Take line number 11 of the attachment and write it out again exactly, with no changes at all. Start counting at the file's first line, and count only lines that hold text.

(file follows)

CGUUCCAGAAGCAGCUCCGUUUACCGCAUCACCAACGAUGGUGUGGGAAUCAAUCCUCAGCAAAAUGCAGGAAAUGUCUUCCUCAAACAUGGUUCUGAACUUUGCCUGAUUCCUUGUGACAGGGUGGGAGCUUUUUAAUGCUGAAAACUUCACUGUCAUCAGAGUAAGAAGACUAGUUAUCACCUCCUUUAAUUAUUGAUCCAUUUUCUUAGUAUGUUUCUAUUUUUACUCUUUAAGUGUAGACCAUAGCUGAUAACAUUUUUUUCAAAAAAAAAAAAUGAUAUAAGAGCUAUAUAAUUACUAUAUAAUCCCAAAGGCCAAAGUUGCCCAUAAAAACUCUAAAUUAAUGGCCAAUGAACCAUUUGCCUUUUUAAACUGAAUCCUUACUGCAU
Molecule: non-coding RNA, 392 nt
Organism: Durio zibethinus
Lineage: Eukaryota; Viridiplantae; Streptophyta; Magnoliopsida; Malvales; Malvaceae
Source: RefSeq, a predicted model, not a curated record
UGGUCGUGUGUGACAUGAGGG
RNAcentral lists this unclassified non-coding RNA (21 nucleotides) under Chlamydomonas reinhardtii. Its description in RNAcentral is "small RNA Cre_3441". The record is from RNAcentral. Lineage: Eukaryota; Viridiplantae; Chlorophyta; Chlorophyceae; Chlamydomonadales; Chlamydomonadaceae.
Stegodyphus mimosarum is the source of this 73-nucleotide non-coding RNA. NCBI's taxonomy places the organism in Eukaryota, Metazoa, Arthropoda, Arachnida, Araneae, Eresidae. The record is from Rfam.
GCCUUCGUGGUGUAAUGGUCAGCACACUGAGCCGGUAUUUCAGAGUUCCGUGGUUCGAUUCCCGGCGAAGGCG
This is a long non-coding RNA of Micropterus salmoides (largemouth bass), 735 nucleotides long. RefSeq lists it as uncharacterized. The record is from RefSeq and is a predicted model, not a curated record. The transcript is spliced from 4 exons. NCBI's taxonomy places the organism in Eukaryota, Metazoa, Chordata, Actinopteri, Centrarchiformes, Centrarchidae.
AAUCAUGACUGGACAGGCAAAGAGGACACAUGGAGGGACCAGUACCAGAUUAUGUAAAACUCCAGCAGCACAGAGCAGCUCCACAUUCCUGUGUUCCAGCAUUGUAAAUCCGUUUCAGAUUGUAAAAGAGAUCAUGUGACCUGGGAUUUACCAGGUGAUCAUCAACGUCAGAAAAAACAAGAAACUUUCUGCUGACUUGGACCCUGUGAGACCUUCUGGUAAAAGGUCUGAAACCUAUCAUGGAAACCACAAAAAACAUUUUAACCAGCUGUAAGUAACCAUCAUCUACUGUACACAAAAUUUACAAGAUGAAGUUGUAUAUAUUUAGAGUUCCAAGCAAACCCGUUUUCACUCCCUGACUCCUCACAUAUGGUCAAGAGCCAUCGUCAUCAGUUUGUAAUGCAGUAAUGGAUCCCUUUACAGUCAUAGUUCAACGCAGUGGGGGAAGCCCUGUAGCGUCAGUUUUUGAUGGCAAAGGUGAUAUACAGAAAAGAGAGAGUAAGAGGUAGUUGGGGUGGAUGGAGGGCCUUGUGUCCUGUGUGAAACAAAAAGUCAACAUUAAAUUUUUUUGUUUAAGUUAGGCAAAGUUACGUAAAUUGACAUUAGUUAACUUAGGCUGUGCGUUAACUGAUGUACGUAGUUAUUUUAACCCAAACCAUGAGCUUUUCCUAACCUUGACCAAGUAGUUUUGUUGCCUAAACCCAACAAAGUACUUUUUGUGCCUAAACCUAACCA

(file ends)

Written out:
AAUCAUGACUGGACAGGCAAAGAGGACACAUGGAGGGACCAGUACCAGAUUAUGUAAAACUCCAGCAGCACAGAGCAGCUCCACAUUCCUGUGUUCCAGCAUUGUAAAUCCGUUUCAGAUUGUAAAAGAGAUCAUGUGACCUGGGAUUUACCAGGUGAUCAUCAACGUCAGAAAAAACAAGAAACUUUCUGCUGACUUGGACCCUGUGAGACCUUCUGGUAAAAGGUCUGAAACCUAUCAUGGAAACCACAAAAAACAUUUUAACCAGCUGUAAGUAACCAUCAUCUACUGUACACAAAAUUUACAAGAUGAAGUUGUAUAUAUUUAGAGUUCCAAGCAAACCCGUUUUCACUCCCUGACUCCUCACAUAUGGUCAAGAGCCAUCGUCAUCAGUUUGUAAUGCAGUAAUGGAUCCCUUUACAGUCAUAGUUCAACGCAGUGGGGGAAGCCCUGUAGCGUCAGUUUUUGAUGGCAAAGGUGAUAUACAGAAAAGAGAGAGUAAGAGGUAGUUGGGGUGGAUGGAGGGCCUUGUGUCCUGUGUGAAACAAAAAGUCAACAUUAAAUUUUUUUGUUUAAGUUAGGCAAAGUUACGUAAAUUGACAUUAGUUAACUUAGGCUGUGCGUUAACUGAUGUACGUAGUUAUUUUAACCCAAACCAUGAGCUUUUCCUAACCUUGACCAAGUAGUUUUGUUGCCUAAACCCAACAAAGUACUUUUUGUGCCUAAACCUAACCA